I love ramen so when I was in New York with Trine, I decided it was time to introduce her to the joys of the noodles too. The big ramen wave hit New York some 10 years ago and today, you can find really good ramen places all over Manhattan. As a matter of fact, I think New York is one of the best cities to get tasty, authentic ramen outside of Japan, and Hide-Chan is one of my all-time favorites.
There are several kinds of ramen broth, and at Hide-Chan it’s the Hakata Tonkotsu that rules. The Tonkotsu broth is made from pork bones and fat, which have been boiled down for a very long time, and the broth is creamy, hearty and highly addictive. At Hide-Chan you can choose whether you want your ramen straight or wavy, as well as how firm they should be.
I always order their Deluxe Ramen, which is an impressive, fully loaded bowl with 2 half eggs, 3 slices of pork and a dollop of cod roe. To accompany the ramen, we also had a selection of sides including homemade gyoza (fried dumplings) with pork and takoyaki, which are octopus balls, t topped with Japanese mayonnaise and thin flakes of dried fish. We also had Hide-Chan’s Agedashi tofu, which is fried tofu in a delicious, soy-based soup. The menu didn’t mention if the tofu was homemade, so I guess it wasn’t, but it tasted really good.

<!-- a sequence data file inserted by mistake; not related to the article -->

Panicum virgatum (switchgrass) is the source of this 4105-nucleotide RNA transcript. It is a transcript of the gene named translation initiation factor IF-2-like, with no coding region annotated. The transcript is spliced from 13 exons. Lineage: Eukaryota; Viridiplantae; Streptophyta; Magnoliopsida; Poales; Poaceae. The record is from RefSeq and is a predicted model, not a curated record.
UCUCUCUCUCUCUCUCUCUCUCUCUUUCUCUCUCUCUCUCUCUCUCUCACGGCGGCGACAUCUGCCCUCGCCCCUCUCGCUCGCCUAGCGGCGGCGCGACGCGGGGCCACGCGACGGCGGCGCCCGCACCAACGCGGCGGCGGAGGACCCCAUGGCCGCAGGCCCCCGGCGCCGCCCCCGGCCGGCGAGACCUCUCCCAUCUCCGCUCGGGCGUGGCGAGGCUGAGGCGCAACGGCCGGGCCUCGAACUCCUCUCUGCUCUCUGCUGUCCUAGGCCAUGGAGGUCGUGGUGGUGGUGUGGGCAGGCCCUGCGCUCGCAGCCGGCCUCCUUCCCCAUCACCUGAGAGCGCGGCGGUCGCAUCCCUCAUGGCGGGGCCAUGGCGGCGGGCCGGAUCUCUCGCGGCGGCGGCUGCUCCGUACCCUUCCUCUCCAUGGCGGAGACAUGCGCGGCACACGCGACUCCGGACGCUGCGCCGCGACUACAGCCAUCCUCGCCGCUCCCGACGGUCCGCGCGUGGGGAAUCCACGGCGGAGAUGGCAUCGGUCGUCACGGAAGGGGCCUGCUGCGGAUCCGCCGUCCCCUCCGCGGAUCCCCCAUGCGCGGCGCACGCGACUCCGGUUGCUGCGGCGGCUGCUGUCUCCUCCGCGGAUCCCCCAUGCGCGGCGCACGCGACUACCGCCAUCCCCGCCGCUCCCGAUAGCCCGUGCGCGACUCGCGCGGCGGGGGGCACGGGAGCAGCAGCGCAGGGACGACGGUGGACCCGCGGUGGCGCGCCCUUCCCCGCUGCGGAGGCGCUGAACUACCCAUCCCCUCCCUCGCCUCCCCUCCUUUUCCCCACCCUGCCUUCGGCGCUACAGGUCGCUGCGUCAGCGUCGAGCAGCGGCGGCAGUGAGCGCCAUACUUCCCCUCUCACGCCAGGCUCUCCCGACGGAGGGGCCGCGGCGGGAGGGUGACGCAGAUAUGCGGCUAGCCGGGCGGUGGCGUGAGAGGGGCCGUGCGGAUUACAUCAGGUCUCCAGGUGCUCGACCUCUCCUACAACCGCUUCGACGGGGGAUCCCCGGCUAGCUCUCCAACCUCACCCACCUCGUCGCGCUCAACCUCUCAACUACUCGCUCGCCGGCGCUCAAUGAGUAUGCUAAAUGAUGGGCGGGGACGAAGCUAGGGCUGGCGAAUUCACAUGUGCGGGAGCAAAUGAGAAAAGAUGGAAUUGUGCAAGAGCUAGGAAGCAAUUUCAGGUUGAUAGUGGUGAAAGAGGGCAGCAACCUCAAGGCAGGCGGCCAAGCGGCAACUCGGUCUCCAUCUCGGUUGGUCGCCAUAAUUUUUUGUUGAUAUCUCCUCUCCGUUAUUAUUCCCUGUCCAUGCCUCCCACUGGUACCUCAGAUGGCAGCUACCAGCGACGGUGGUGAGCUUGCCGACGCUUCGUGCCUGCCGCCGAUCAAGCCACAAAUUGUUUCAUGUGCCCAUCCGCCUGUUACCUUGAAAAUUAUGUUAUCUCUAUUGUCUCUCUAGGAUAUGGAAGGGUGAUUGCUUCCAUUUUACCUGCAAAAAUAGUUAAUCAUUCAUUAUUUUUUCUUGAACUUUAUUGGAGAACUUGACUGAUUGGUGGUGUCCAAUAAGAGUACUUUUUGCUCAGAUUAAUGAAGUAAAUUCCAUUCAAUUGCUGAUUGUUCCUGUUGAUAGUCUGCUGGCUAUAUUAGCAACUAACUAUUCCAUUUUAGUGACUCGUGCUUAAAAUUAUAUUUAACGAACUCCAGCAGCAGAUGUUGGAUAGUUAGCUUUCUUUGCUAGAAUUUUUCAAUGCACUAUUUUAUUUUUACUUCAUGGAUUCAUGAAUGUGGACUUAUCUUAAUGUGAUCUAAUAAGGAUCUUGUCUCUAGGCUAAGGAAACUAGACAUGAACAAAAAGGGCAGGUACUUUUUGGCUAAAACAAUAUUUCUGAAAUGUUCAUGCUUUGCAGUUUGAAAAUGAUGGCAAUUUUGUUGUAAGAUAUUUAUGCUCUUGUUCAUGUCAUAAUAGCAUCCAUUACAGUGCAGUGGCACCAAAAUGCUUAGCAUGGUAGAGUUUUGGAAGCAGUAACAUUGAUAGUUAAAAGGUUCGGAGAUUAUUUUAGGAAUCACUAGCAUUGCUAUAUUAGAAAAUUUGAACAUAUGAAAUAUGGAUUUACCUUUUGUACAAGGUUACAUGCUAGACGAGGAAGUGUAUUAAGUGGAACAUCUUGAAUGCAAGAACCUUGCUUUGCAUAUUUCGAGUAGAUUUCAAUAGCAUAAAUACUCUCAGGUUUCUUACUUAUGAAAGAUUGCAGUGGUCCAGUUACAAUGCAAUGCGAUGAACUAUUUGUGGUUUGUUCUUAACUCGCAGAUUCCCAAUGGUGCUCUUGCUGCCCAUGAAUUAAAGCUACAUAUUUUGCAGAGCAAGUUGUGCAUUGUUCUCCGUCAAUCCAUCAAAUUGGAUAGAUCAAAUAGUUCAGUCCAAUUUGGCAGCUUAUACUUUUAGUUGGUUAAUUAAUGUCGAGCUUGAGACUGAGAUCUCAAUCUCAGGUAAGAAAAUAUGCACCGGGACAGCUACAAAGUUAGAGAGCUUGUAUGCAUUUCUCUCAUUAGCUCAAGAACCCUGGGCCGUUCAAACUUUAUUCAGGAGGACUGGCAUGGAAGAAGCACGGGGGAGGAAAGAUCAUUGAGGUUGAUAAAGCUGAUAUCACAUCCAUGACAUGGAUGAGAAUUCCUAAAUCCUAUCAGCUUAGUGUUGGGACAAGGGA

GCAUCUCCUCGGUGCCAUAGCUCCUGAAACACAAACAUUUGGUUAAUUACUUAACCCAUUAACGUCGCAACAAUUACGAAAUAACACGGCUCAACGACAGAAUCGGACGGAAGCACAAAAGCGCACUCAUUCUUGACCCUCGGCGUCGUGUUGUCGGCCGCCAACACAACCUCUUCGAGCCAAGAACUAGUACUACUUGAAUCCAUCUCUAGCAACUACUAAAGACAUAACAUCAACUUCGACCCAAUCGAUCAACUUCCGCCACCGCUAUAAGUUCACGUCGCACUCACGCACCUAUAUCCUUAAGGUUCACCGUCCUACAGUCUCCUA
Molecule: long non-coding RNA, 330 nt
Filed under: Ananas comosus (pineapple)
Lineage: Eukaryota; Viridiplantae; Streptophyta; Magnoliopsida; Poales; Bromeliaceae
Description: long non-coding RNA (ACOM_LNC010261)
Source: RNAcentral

Nothing rhymes better than bao and ramen, so I suggested that we also ordered some of the steamed buns with pork, which came in a spicy and a non-spicy version. Though Trine was skeptical and convinced that she wouldn’t like it AT ALL. Of course she was wrong, and we ended up ordering several rounds.
Hide-Chan is a Japanese, family run ramen chain, and the original Hide-Chan restaurant opened in Hakata, Japan back in 1993. Today there are 13 Hide-Chan restaurants in Japan and 2 in New York (the other one is in Hell’s Kitchen).
Happy Hour is Mon-Fri 4:30pm- 6:30pm with half price on side dishes and alcohol, and Sapporo draft beer for $2.
Hide-Chan, 248 E 52nd Street 2F (between 3rd Ave & 2nd Ave, Midtown East, New York